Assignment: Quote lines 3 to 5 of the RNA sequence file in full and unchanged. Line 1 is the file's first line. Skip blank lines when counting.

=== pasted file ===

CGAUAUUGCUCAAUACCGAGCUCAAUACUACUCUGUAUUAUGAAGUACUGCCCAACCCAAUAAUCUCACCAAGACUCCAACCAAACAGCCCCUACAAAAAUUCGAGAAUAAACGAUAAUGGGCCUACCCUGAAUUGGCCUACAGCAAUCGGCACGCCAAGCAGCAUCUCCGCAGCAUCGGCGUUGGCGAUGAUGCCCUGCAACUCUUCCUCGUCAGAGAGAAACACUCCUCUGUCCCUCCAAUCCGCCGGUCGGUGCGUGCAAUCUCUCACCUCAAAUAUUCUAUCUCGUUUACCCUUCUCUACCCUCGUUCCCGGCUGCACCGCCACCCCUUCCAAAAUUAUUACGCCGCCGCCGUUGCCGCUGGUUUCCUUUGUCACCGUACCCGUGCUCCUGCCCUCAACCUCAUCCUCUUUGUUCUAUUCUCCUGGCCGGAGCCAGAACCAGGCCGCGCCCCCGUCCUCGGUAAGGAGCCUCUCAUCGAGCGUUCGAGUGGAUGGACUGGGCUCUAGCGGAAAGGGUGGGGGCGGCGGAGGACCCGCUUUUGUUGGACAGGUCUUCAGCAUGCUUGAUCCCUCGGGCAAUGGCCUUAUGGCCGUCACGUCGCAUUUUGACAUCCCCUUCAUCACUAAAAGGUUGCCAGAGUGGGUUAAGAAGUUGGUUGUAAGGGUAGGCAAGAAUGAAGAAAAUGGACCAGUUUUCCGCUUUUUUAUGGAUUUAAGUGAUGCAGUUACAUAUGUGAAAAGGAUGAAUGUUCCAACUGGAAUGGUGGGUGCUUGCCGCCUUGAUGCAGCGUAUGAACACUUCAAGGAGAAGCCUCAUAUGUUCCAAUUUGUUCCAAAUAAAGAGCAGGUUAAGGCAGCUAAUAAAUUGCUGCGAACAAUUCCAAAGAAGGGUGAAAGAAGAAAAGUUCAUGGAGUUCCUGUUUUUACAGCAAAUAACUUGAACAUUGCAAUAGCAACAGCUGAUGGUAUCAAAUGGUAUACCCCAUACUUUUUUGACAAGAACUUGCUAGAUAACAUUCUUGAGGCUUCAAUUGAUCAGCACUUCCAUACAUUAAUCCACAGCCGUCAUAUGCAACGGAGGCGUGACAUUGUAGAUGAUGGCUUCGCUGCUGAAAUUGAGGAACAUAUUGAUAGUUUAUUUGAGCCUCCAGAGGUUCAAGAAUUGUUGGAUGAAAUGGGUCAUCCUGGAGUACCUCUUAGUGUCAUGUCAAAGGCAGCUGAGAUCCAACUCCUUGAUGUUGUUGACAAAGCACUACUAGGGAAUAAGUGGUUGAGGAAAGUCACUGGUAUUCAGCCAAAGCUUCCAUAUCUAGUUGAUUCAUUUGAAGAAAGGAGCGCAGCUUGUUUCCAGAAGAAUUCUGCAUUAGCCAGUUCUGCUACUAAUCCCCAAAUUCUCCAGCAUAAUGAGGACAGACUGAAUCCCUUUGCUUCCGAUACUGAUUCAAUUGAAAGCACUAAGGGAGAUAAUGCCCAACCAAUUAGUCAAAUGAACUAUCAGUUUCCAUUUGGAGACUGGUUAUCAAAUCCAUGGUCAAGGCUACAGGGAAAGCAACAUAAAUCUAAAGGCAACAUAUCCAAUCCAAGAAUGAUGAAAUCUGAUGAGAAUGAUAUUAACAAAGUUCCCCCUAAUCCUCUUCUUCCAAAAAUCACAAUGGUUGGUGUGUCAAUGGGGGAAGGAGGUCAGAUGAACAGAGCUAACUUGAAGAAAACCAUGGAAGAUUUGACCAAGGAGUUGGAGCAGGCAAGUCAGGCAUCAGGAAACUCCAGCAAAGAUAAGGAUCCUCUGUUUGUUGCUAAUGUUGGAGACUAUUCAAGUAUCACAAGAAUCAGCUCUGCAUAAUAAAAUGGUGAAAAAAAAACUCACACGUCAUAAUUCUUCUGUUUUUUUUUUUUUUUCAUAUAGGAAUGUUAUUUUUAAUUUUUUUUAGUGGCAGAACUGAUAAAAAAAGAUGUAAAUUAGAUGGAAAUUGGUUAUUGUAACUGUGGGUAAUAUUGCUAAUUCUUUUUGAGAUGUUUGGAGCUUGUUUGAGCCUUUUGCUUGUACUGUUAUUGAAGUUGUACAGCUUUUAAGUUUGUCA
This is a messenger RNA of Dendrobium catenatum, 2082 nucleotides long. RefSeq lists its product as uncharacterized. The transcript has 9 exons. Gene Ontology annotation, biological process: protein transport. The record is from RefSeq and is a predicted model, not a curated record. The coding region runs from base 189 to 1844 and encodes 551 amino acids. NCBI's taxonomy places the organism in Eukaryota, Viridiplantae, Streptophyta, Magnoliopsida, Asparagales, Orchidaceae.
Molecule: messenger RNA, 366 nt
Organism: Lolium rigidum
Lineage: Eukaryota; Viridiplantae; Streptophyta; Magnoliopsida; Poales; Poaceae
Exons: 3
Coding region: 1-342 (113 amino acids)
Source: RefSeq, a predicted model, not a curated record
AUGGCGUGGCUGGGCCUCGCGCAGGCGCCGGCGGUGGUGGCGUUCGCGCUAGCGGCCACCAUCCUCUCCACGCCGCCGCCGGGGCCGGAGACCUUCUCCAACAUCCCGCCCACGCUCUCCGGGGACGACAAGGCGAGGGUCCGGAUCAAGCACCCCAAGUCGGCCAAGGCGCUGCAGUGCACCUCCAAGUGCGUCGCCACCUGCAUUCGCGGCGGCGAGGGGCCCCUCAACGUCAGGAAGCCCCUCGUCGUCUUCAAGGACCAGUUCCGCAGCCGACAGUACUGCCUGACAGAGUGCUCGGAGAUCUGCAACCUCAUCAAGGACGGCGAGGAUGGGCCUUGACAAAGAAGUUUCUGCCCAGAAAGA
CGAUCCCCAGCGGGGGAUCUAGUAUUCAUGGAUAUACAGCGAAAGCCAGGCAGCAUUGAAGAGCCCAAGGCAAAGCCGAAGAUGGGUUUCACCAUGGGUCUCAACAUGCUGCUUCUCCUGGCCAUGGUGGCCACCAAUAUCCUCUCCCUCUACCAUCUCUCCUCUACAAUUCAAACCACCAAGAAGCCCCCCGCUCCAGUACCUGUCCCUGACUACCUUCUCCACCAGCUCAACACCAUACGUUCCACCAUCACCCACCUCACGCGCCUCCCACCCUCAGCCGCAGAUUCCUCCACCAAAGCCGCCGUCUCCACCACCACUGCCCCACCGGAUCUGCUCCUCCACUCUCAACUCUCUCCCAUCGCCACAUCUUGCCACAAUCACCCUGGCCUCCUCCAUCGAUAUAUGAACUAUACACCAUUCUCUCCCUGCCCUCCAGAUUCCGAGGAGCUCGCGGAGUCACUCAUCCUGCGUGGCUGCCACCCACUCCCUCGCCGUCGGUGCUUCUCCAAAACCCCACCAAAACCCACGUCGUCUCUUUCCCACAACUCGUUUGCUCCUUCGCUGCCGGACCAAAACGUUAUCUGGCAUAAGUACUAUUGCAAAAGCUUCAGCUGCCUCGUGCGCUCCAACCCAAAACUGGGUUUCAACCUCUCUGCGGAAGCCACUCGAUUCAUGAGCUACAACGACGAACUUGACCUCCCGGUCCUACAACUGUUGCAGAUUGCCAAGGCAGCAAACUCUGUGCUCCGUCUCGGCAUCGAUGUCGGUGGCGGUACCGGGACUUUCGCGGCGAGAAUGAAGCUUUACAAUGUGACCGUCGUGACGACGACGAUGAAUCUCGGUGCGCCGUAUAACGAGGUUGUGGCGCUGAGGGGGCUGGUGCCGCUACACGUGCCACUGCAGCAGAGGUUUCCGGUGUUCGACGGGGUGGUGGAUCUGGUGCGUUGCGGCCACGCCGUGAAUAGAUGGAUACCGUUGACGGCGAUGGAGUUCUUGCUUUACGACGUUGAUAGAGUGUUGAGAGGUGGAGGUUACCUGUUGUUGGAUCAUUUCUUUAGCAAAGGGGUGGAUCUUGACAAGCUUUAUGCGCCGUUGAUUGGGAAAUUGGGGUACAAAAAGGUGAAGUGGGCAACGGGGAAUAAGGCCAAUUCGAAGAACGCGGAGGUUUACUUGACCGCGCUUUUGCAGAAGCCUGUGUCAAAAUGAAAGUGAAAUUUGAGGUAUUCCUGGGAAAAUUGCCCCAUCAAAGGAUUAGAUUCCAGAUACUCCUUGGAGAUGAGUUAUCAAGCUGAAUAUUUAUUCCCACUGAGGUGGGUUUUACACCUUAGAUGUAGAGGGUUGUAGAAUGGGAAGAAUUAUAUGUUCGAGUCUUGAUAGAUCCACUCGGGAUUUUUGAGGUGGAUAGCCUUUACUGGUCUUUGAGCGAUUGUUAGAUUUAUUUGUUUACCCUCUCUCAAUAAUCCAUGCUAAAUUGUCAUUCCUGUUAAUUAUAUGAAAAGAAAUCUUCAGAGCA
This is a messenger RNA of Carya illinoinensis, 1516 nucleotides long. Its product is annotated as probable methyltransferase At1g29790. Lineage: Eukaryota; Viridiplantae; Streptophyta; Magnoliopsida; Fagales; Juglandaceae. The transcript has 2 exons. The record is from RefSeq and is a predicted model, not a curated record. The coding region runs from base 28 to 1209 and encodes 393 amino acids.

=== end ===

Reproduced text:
Molecule: messenger RNA, 366 nt
Organism: Lolium rigidum
Lineage: Eukaryota; Viridiplantae; Streptophyta; Magnoliopsida; Poales; Poaceae